19.8 Our Picks
The choice of keyboard is above all a personal matter, but unless you have very strong preferences you'll probably find one of the following keyboards suitable. Here are the keyboards that we use and recommend:
- Standard keyboard
Microsoft Internet Keyboard and Internet Keyboard Pro. If you want a standard straight keyboard, give these serious consideration. The Internet Keyboard uses the PS/2 interface and includes dedicated hot keys to control browser functions and email, as well as two programmable hot keys and a Sleep key. The Internet Keyboard Pro uses the PS/2 or USB interface (Microsoft recommends connecting both simultaneously), adds dedicated multimedia keys (volume, play functions, etc.) and two USB ports on the back of the keyboard. Barbara uses the $35 Internet Keyboard Pro on her primary system and the $20 Internet Keyboard on her other systems. (http://www.microsoft.com/hardware/keyboard)
- Ergonomic keyboard
Microsoft Natural Keyboard Elite and Natural Keyboard Pro. You'll either love or hate these "melted" keyboards. Robert loves them; Barbara hates them. The Natural Keyboard Elite is their basic ergonomic model. It uses the PS/2 interface, but includes a PS/2USB adapter. The Natural Keyboard Pro uses the PS/2 and/or USB interface, adds eight dedicated hot keys for browser functions and email, eight dedicated multimedia hot keys, two programmable hot keys, a Sleep key, and two USB ports. Robert uses the $55 Natural Keyboard Pro on his primary system and the $35 Natural Keyboard Elite on his other systems.
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Some say that getting used to the Natural Keyboard layout takes a long time. That was not Robert's experience. He is a touch typist, and became completely comfortable with the Natural Keyboard in an hour or less. He uses Internet Keyboard models on some of his test-bed systems and switches back and forth without difficulty. The major adjustment is that the Natural Keyboard errs in putting the 6 key above and to the right of the T key, where it must be struck with the left index finger. Touch typists learn to strike the 6 key with the right index finger, and the change is a bit disconcerting at first.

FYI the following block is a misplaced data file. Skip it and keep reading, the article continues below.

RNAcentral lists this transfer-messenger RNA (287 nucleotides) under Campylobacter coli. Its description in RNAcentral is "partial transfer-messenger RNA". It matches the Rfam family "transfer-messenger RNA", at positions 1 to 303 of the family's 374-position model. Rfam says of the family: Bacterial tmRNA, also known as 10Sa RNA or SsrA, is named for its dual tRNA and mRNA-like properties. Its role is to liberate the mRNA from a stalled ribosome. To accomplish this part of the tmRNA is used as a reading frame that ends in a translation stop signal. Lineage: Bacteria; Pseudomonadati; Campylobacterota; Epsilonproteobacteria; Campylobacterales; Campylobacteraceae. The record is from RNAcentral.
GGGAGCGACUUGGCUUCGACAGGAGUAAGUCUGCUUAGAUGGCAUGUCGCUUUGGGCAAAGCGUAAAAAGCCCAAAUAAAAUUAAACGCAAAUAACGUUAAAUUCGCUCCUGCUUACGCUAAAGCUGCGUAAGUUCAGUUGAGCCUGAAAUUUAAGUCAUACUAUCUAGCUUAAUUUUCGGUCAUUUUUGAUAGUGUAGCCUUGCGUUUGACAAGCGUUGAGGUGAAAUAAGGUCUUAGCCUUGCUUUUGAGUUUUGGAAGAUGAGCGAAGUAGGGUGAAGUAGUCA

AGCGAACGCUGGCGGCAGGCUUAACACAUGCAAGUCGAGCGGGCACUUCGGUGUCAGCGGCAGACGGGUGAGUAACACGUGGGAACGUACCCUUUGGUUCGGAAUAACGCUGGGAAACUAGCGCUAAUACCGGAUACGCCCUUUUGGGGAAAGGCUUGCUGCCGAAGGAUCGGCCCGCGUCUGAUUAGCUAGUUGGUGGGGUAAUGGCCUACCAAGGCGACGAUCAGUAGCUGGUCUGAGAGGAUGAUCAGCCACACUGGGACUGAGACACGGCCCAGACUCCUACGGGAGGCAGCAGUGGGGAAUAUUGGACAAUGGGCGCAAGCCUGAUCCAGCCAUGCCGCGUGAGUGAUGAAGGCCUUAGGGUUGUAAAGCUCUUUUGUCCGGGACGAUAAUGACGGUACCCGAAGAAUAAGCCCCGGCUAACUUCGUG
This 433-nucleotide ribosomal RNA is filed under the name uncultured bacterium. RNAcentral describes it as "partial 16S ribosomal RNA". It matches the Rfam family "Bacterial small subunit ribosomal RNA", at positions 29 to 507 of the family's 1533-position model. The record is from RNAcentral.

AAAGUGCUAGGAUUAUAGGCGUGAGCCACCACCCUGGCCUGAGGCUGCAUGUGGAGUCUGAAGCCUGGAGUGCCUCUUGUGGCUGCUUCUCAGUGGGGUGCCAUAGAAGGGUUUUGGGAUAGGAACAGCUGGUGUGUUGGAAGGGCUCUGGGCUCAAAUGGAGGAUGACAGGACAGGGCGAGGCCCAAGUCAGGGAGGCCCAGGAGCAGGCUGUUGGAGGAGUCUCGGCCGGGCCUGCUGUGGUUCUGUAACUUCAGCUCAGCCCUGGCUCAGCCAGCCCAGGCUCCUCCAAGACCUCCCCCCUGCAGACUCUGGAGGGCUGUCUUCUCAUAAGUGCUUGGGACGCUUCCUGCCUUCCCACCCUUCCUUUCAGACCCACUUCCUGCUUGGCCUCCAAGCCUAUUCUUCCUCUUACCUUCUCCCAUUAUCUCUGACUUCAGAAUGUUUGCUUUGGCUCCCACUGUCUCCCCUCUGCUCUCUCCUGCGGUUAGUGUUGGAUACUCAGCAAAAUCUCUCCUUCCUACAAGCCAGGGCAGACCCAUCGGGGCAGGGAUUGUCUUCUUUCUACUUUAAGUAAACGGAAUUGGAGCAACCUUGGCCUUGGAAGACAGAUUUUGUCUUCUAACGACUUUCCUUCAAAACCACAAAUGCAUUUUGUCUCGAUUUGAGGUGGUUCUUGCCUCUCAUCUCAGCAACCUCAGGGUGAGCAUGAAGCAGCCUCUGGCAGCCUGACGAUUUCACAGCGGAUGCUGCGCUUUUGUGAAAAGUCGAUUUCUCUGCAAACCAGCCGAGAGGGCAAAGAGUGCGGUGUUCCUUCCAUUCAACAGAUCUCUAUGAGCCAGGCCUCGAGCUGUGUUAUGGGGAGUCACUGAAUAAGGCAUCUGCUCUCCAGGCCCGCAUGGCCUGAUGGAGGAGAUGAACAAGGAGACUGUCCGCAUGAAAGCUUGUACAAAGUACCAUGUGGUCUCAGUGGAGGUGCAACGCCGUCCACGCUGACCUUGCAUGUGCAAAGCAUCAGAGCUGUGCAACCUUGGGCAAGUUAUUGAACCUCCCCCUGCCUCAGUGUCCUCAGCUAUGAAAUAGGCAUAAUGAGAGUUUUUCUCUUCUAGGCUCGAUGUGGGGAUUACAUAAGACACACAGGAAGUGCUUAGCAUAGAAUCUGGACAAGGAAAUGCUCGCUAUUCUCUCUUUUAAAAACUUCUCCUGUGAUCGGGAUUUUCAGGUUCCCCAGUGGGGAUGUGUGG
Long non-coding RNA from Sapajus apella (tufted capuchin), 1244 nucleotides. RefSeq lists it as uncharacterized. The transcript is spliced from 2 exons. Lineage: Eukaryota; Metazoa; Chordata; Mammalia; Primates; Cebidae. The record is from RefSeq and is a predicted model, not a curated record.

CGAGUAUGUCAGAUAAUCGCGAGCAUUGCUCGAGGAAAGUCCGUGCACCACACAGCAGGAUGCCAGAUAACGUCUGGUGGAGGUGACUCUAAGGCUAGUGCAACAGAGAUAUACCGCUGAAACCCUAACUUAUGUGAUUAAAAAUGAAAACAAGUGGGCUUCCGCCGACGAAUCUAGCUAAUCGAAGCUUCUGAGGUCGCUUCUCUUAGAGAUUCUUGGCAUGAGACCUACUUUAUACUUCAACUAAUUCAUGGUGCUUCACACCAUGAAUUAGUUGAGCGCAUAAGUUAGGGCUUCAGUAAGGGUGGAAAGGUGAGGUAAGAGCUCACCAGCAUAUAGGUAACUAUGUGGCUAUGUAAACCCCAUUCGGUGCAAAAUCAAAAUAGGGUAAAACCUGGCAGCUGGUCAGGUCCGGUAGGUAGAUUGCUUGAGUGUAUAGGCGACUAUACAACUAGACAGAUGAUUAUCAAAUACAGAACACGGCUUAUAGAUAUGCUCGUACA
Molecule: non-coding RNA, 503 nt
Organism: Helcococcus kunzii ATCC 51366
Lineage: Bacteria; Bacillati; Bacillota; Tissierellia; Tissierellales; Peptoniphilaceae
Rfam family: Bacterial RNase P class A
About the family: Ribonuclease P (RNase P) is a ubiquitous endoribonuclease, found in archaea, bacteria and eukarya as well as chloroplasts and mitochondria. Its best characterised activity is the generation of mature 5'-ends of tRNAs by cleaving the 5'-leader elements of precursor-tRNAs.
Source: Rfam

- Cordless keyboard (short-range)
Logitech Cordless series. If your keyboard cord gets in the way or you like to work with the keyboard in your lap, a short-range cordless keyboard may be just the thing. Logitech Cordless series keyboards are the best we've seen for that purpose. The $45 Cordless iTouch is a straight keyboard. The $45 Cordless Freedom adds a separate cordless mouse. The $85 Cordless Freedom Pro is an ergonomic version with separate ergonomic cordless mouse. (http://www.logitech.com)
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The readily available cordless keyboards made by companies like Logitech and Intel have a maximum range of 10 feet (3 meters) or so. That's fine to eliminate desktop clutter, but far too short a range for a home theater/computer setup or for presentations. In the previous edition, we recommended a $160 long-range cordless keyboard, but such units have apparently been retargeted toward the business market and now sell for $300 or more. Although we haven't tried it, if we needed long range on a budget, we'd probably use a standard $50 IR (infrared) cordless keyboard with an IR repeater (transmitter/receiver) set like the Powermid, which is available for $50 or so from home automation gear resellers.
- Keyboard-Video-Mouse (KVM) switches
See Chapter 16.
For our most recent detailed recommendations by brand and model, visit: